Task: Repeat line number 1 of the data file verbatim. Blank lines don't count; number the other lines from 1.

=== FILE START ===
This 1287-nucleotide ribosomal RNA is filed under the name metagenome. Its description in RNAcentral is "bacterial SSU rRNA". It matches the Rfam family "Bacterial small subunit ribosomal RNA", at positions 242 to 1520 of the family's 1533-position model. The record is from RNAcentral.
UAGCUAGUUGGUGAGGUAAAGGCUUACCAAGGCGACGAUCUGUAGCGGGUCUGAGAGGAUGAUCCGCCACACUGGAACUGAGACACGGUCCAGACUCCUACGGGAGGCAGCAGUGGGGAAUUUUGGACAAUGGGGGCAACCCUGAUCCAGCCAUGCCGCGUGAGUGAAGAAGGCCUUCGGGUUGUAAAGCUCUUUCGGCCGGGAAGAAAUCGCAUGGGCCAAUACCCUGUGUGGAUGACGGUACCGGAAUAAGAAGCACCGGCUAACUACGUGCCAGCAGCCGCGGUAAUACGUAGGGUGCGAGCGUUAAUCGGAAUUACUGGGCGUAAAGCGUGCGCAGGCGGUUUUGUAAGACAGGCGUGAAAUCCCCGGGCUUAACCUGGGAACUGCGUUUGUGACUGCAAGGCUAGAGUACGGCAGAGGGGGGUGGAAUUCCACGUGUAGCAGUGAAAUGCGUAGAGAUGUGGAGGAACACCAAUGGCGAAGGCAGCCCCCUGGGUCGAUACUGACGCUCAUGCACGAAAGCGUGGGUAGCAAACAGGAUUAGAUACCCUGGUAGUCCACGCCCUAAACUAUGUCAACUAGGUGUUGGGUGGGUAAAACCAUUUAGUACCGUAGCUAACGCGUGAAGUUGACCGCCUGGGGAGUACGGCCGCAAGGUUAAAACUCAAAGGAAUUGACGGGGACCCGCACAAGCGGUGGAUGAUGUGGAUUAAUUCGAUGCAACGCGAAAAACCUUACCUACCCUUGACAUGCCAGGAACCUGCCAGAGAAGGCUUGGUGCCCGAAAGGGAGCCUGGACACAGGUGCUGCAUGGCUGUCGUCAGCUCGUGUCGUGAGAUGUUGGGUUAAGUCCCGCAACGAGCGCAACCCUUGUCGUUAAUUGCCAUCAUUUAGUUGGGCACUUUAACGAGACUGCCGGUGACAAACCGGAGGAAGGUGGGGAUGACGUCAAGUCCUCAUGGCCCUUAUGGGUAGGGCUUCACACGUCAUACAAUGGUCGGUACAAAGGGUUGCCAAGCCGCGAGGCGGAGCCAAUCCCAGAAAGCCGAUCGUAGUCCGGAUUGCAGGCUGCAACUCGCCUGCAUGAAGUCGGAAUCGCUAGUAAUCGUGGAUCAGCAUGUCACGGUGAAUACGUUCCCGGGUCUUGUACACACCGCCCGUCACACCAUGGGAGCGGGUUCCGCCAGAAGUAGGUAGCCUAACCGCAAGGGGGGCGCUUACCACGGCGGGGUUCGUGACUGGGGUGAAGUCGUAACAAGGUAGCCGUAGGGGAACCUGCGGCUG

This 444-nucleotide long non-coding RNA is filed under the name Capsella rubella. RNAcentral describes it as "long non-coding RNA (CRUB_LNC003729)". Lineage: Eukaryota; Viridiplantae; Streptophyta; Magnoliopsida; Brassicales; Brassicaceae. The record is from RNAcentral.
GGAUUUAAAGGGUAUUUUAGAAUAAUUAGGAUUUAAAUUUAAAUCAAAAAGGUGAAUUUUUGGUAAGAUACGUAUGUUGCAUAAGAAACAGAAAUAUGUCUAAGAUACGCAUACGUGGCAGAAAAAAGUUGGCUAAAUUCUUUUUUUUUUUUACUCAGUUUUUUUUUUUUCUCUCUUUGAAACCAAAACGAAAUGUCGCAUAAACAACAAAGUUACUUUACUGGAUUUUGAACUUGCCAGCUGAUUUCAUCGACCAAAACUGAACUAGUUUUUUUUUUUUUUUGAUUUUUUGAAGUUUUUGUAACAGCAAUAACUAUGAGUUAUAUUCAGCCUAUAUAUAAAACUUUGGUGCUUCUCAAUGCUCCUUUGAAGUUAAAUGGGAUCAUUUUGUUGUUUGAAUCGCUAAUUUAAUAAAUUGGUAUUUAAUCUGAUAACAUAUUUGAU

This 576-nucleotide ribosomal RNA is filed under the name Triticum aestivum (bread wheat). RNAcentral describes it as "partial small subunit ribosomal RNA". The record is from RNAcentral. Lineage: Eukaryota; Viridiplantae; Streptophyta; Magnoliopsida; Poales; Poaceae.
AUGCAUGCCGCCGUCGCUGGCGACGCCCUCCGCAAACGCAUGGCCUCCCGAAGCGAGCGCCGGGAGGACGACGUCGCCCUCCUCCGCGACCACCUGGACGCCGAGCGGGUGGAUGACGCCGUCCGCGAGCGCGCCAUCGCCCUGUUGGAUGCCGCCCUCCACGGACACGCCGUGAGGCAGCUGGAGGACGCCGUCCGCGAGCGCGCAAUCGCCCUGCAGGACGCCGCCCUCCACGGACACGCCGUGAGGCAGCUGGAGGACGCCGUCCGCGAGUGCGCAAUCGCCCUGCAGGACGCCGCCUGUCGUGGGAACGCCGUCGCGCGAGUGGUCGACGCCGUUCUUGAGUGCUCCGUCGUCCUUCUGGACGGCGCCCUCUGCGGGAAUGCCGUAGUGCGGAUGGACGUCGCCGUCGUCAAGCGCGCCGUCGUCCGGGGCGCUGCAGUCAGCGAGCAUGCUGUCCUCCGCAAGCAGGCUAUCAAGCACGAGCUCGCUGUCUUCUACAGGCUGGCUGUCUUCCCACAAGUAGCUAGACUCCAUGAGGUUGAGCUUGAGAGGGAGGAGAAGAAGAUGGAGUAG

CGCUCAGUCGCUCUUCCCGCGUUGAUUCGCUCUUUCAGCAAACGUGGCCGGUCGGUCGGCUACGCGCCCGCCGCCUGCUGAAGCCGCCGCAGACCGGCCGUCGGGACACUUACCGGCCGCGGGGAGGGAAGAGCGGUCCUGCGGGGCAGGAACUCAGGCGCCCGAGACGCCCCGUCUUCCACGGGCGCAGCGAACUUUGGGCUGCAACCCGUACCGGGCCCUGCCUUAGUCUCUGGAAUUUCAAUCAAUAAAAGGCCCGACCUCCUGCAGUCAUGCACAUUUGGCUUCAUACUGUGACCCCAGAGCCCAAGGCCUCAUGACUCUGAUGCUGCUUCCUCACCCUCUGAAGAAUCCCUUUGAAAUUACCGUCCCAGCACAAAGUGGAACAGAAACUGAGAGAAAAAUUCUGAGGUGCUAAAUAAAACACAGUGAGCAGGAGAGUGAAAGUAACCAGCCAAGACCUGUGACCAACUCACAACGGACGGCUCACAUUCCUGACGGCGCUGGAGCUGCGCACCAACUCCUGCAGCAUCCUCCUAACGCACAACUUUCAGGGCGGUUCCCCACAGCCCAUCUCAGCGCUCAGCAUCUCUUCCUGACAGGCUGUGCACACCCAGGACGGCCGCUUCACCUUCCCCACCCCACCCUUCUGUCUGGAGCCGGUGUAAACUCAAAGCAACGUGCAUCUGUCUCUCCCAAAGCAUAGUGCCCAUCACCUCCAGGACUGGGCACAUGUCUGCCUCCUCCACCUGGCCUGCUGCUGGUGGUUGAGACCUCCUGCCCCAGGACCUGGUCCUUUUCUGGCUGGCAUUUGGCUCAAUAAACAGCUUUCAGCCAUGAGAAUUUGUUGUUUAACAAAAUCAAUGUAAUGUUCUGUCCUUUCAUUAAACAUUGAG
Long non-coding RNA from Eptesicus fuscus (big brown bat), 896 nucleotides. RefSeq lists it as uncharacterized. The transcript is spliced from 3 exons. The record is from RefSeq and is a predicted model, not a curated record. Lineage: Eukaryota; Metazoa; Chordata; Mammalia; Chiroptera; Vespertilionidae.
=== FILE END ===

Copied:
This 1287-nucleotide ribosomal RNA is filed under the name metagenome. Its description in RNAcentral is "bacterial SSU rRNA". It matches the Rfam family "Bacterial small subunit ribosomal RNA", at positions 242 to 1520 of the family's 1533-position model. The record is from RNAcentral.